London based photographer, Simone Massera, was born in Rome and claims that he once walked from coast to coast in Italy (even though it’s a short distance). Prior to pursuing a career in documentary photography, Simone studied sociology, psychology and communication and spent some time working in marketing and advertising. All of these interests have led to exploring “what it is to be a fucking human being.” He is interested in portraying the subjective perceptions of social issues and looking at how online life affects our psyches. Simone received his BA in Communication Sciences and his MA in Marketing and Brand Management at the Università degli studi di Roma, La Sapienza and an MA in Photojournalism & Documentary Photography, Distinction, London College of Communication. He has exhibited across Europe.
I am not what you see and hear 
Loneliness is not a function of solitude. It’s not about being alone; it’s about feeling alone. Our world is mediated through our individual and always subjective perception of it, giving us the illusion of being the absolute centre of the universe. This makes us feel we are special and unique. With this uniqueness comes a sense of being always lonely. We seek love and acceptance wherever we can find it in order to transcend our loneliness. Filling our lives with online friends and pursuing these kinds of relationships, we often use the superficiality of digital interactions as an anaesthetic against this condition, this existential angst.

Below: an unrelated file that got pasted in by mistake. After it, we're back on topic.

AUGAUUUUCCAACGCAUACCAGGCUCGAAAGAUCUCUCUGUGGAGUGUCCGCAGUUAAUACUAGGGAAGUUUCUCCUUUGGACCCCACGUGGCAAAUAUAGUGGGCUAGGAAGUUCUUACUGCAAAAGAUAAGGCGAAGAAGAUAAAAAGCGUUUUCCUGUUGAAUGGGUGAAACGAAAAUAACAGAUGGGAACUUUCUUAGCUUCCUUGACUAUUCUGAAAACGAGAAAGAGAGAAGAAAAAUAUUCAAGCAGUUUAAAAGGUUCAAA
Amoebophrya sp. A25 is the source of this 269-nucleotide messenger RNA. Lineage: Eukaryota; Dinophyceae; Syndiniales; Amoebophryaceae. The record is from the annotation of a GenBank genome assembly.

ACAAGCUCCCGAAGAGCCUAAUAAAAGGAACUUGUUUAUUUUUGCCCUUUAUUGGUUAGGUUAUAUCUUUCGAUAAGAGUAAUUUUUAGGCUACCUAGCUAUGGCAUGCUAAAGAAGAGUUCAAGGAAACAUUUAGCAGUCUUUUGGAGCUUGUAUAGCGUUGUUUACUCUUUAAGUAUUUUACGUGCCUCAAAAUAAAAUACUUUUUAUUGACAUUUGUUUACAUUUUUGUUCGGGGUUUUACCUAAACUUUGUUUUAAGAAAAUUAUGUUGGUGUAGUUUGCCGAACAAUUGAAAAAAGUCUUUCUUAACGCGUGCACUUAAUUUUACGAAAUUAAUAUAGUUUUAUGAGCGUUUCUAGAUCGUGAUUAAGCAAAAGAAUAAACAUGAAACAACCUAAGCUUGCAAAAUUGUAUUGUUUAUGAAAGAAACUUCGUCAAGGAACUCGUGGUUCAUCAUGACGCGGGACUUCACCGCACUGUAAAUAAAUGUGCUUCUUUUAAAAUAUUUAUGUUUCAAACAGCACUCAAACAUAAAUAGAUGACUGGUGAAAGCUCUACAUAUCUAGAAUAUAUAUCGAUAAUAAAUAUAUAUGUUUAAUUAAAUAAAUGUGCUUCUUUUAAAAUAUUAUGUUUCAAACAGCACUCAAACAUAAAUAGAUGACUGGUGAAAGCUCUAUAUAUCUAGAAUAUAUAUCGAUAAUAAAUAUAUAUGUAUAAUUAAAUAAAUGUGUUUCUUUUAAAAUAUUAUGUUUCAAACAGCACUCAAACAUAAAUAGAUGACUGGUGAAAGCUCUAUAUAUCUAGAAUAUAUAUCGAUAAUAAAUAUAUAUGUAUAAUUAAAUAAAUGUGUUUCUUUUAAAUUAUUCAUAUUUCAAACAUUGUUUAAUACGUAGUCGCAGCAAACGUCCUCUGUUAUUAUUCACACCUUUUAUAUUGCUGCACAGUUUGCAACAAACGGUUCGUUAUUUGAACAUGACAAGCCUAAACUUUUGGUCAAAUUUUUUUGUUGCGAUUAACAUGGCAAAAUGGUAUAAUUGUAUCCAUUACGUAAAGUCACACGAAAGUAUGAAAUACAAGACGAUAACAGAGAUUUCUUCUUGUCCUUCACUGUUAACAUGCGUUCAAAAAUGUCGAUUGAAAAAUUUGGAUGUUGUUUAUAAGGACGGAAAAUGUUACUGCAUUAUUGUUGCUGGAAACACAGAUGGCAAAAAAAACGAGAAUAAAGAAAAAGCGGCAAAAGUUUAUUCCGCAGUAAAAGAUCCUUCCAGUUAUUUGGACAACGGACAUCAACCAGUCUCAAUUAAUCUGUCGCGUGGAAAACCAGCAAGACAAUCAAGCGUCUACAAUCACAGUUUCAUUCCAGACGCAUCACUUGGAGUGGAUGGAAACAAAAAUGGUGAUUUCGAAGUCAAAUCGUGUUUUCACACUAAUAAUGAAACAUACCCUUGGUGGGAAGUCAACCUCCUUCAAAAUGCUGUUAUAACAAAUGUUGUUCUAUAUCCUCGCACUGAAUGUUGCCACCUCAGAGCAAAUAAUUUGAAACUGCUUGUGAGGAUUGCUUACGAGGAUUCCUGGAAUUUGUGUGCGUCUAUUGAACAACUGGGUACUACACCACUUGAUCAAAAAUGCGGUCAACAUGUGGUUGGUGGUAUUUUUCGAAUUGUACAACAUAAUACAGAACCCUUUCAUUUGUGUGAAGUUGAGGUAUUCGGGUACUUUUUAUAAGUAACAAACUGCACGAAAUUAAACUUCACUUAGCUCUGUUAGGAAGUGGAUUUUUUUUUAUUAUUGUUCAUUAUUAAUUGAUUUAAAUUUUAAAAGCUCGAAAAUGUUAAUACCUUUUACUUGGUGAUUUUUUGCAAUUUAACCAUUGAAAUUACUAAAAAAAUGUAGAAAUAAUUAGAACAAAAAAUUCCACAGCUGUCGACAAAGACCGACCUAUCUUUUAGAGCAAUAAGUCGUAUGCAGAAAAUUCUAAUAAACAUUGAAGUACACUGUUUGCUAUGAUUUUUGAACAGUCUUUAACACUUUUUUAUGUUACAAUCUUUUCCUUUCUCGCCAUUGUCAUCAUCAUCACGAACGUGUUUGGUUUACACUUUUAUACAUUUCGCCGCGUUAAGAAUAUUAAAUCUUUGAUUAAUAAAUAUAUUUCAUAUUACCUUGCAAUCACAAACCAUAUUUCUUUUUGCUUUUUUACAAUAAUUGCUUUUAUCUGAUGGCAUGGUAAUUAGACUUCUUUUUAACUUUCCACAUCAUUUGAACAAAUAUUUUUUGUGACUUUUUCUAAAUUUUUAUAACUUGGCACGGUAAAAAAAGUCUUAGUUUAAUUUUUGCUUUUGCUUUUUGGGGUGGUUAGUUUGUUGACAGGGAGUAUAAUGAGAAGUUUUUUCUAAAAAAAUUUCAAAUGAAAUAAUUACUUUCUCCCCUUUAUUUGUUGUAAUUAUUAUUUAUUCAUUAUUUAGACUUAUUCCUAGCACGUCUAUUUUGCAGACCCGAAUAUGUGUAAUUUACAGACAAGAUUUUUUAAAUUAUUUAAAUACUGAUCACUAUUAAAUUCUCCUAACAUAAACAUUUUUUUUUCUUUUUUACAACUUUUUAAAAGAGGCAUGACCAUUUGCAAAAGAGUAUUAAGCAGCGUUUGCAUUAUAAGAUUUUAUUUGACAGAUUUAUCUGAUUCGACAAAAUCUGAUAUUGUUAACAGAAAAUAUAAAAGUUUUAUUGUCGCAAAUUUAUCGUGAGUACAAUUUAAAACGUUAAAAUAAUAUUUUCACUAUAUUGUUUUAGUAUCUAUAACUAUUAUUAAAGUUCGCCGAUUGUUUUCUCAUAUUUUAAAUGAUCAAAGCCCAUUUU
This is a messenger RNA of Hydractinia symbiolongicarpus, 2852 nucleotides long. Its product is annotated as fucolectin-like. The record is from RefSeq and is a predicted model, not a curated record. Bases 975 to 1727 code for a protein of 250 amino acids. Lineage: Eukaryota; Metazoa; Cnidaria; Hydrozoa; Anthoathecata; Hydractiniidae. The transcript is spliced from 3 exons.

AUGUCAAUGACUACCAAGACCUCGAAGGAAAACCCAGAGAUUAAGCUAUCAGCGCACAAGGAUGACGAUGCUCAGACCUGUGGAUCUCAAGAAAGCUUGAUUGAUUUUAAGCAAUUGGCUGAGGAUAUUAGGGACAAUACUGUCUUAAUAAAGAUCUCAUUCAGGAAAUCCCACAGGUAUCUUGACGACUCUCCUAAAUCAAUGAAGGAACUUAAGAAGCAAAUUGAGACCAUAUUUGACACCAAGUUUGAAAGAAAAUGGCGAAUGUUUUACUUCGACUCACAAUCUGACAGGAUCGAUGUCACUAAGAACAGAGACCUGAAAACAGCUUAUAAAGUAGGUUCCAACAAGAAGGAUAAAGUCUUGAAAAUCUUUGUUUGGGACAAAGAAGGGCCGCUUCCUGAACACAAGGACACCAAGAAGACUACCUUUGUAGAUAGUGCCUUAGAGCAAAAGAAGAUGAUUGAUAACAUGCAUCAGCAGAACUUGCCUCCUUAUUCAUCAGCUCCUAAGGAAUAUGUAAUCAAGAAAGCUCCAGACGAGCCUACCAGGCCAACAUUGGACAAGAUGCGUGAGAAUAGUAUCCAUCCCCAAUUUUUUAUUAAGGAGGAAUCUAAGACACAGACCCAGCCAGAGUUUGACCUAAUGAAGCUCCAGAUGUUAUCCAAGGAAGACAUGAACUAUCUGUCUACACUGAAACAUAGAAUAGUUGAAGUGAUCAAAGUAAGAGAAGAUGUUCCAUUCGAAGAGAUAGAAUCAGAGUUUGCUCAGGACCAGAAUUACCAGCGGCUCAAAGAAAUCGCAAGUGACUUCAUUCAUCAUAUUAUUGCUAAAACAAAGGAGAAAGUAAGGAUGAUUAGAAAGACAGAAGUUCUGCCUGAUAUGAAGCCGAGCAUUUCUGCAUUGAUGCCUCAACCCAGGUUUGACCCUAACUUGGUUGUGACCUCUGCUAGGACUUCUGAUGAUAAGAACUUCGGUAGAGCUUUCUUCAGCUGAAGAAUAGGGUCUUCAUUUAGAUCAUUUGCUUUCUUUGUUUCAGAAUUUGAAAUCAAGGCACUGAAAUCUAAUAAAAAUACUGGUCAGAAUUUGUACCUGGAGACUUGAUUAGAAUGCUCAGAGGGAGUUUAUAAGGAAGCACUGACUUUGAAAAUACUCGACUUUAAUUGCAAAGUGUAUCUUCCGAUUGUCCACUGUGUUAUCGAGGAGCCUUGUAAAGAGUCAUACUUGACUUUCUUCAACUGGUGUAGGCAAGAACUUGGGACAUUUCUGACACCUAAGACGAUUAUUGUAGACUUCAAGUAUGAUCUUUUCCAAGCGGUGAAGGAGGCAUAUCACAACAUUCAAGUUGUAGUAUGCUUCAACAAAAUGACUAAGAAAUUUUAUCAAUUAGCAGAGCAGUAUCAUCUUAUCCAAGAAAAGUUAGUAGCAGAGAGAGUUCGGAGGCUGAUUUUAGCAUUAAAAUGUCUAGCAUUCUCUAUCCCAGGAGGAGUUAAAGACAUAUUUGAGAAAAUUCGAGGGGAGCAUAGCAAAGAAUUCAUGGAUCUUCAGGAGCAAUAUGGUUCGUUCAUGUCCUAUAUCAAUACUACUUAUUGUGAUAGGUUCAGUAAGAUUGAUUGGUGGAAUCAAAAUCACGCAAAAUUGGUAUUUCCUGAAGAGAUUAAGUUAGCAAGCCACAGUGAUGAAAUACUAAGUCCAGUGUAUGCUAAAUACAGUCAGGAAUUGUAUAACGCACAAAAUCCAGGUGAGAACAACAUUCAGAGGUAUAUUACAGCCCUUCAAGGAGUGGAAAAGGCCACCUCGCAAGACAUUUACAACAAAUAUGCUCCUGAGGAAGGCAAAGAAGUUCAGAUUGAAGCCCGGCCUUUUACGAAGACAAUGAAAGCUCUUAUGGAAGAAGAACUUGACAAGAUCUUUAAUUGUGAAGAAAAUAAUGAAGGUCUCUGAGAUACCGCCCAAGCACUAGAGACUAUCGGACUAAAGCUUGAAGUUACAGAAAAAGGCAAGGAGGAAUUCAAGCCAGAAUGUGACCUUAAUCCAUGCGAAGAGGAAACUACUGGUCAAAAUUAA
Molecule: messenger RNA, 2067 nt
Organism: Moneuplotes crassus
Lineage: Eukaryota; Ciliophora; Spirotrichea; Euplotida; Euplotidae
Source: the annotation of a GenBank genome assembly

I am not what you see and hear is a project about these very connections. The use of the webcam on video chat websites that randomly pair strangers, allowed me to freeze brief moments of waiting and expectation right before the appearance of another new face on the screen. Through the gaze of hundreds of people portrayed on these websites the project aims to give you an imagined access to other selves, in an attempt to provoke reflection and compassion. Looking at these private spaces, these empty rooms, desks and beds, lets you peek into these strangers’ lives, see what they see everyday, imagine their thoughts, their fears and expectations.
This project owes much of its inspiration to the work and truly compassionate vision of life of David Foster Wallace.
Since I believe the experience of a work of art being strongly influenced by the medium we use, I specifically designed the digital output of this project to be viewed on screen.
Posts on Lenscratch may not be reproduced without the permission of the Lenscratch staff and the photographer.
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